Bossuet vs. Jouarre's Women

Dan Graves, MSL

Bossuet vs. Jouarre's Women

What authority should women exercise in the church? This has been a highly charged issue throughout church history. In Medieval times, some abbesses were granted a great deal of power, taking tithes, judging civil disputes, and commanding neighboring monks. One abbey with such powers was Jouarre in France.

Jouarre was founded under the inspiration of a visit by Columban, the sixth century Irish monk who dotted Europe with monasteries. Relatives of the nobleman and clergy with whom Columban stayed founded male and female abbeys at Jouarre near the river Marne. The female house was predominant and its abbesses enjoyed autonomy from the nearby Bishop of Meaux, answering directly to the pope. The monks who lived at Jouarre and later at nearby Rebais, were under the jurisdiction of these women.

Ermentrude, a diligent abbess, gathered many relics at Jouarre, making it a center for the awe-inspired, the curious, and the sick. So famous was the abbey that Pope Innocent II visited it in 1131. Its facilities were large enough to host a church council in 1133.

Five-hundred years after the founding of the abbey, the bishop of Meaux contested the right of the abbey to control the local churches, clergy, and people. Pope Honarius II ruled in favor of the bishop, but Jouarre presented a strong defense and Innocent II reversed the decision. The sparring continued for almost a century. Abbess Eustache was forced to publicly submit to the bishop of Meaux. Her successor, Agnes I, refused to swear her oath to the Bishop, however, and was excommunicated. The next abbess, Agnes II traveled to Rome, bearing documents that proved the abbey's historical exemption. Pope Innocent III was convinced and restored Jouarre's ancient rights. And so matters rested until after the Protestant Reformation when the Roman Catholic church cracked down on independents. Jouarre's nemesis was the new bishop of Meaux, Jacques Bossuet.

Jacques Benigne Bossuet's eloquent histories and sermons ornament the literature of the age and his deeds show him as an active participant in the ecclesiastical and political affairs of the day. He squelched the Jansenists and was a driving force behind the Four Articles that rejected papal dominion over the French church, asserting the ancient "Gallican liberties." He rejoiced at the revocation of the Edict of Nantes which had protected the Huguenots and did nothing to ameliorate harassment of the French Calvinists. Many Protestants have heard of him only as the persecutor of mystical Madame Guyon and suppressor of the mild fellow-Catholic François Fénelon. When he was appointed bishop of Meaux in 1681, a showdown with Jouarre loomed.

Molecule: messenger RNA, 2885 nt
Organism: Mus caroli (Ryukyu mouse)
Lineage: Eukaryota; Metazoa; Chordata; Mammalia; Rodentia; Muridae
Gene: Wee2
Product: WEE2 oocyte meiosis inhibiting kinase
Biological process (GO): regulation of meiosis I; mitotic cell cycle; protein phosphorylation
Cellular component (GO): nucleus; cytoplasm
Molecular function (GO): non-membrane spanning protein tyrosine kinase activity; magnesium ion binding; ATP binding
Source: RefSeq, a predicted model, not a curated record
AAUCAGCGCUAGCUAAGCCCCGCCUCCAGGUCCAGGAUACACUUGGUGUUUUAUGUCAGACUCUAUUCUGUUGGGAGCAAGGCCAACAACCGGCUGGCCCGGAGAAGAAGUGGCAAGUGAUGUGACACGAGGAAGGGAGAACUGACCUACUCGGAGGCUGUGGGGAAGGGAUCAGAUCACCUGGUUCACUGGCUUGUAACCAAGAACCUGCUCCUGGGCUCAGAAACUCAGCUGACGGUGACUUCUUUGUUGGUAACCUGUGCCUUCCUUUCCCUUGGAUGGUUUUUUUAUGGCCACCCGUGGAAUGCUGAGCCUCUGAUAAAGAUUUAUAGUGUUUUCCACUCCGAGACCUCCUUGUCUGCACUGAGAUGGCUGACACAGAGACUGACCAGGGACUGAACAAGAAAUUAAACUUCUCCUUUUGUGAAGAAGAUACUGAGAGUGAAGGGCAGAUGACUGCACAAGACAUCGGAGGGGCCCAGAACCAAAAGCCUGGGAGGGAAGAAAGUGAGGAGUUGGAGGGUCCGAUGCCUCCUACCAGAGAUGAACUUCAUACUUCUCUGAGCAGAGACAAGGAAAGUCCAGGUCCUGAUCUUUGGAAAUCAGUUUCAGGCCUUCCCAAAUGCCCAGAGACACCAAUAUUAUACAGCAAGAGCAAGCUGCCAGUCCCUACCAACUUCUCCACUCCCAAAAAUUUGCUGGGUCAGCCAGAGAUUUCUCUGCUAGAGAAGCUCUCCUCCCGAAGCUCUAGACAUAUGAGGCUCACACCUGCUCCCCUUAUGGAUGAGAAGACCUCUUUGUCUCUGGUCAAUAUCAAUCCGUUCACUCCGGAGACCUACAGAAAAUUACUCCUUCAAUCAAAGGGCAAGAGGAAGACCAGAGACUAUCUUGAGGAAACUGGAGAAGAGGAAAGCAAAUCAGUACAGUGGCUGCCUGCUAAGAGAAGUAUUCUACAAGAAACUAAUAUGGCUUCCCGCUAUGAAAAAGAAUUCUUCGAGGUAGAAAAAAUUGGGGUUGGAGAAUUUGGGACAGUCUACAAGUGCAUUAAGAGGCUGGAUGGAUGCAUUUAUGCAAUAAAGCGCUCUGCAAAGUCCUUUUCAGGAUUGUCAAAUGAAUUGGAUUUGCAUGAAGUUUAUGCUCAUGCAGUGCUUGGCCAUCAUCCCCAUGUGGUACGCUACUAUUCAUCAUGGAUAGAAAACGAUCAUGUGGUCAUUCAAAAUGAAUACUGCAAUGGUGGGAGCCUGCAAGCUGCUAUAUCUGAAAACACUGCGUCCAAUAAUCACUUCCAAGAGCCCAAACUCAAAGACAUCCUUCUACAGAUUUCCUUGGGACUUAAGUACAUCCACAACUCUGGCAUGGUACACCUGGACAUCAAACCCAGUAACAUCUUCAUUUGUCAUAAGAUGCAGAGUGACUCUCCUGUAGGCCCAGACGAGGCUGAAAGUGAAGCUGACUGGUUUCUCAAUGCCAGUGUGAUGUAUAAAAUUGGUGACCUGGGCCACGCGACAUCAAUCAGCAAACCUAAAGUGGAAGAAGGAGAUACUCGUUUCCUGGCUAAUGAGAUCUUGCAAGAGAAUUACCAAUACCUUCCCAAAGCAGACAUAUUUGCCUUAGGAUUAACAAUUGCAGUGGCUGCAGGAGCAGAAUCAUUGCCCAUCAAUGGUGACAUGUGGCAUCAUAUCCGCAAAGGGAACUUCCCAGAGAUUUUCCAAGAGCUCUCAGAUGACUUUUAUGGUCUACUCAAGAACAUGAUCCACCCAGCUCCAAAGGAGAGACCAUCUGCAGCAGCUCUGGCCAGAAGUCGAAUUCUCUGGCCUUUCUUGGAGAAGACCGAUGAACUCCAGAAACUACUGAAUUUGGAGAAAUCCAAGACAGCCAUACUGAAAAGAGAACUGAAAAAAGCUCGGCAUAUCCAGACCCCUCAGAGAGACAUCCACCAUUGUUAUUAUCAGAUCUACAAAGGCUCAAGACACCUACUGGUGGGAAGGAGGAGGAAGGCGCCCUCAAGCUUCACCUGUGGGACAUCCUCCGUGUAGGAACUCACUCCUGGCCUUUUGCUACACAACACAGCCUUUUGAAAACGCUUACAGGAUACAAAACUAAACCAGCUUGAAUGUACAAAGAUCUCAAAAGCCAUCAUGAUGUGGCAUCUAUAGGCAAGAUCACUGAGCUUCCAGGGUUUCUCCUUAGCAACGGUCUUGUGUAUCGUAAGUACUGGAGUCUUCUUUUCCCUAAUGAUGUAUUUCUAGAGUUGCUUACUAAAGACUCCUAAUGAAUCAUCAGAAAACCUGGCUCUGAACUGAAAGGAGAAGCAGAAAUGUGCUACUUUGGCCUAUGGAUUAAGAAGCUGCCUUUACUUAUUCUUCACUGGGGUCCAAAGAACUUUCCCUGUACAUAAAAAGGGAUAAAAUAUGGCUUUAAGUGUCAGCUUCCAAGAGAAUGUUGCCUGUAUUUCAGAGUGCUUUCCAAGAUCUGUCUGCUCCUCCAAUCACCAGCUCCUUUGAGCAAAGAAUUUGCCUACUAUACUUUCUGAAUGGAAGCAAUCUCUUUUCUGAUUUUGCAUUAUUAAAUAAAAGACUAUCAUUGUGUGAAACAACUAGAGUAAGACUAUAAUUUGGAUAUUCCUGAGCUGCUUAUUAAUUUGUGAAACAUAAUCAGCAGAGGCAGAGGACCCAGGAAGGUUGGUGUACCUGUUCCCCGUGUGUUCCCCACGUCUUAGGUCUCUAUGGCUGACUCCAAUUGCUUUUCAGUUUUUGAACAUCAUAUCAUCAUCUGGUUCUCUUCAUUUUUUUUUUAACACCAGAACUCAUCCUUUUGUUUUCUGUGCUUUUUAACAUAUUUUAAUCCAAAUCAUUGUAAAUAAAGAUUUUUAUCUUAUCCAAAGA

Seizing on weaknesses in the throne (which was dependent on Bossuet as champion of Gallican rights) and the papacy (which was hesitant to interfere in the French church, because of the Gallican controversy) Bossuet accused the abbey of simony. Simony is the attempt to buy spiritual office. Five hundred years earlier, as a gesture of peace, Jouarre sent a gift of grain to the Bishop of Meaux. According to Bossuet, Jouarre bought its rights with that gift! The charge was so absurd that it quickly collapsed.

Bossuet shifted his ground. The abbey's privileges were not authentic, he claimed. Even if authentic, he argued (incorrectly), the councils of Trent and Vienna had revoked such privileges. Jouarre defended itself vigorously, showing that as late as 1631 Parliament had confirmed its rights. But Jouarre argued in vain. On this day, January 26, 1690, the men won the skirmish; the judges ruled in Bossuet's favor. A month later Bossuet led his followers to the abbey and demanded entrance. He was barred. On March 2nd, he again sought submission. The following day he forced the locks, entered, and celebrated mass in the chapel dressed in the full splendor of a bishop. Henrietta of Lorraine, the reigning abbess, resigned. The next abbess, Marguerite de Rohan, submitted to Bossuet, but refused consecration at his hands, waiting ten years to receive it from his successor.


  1. Durant, Will and Durant, Ariel. The Age of Louis XIV. The Story of Civilization. New York: Simon and Schuster, 1963.
  2. Morris, Joan. The Lady Was a Bishop. New York: Macmillan, 1973.

Last updated May, 2007.

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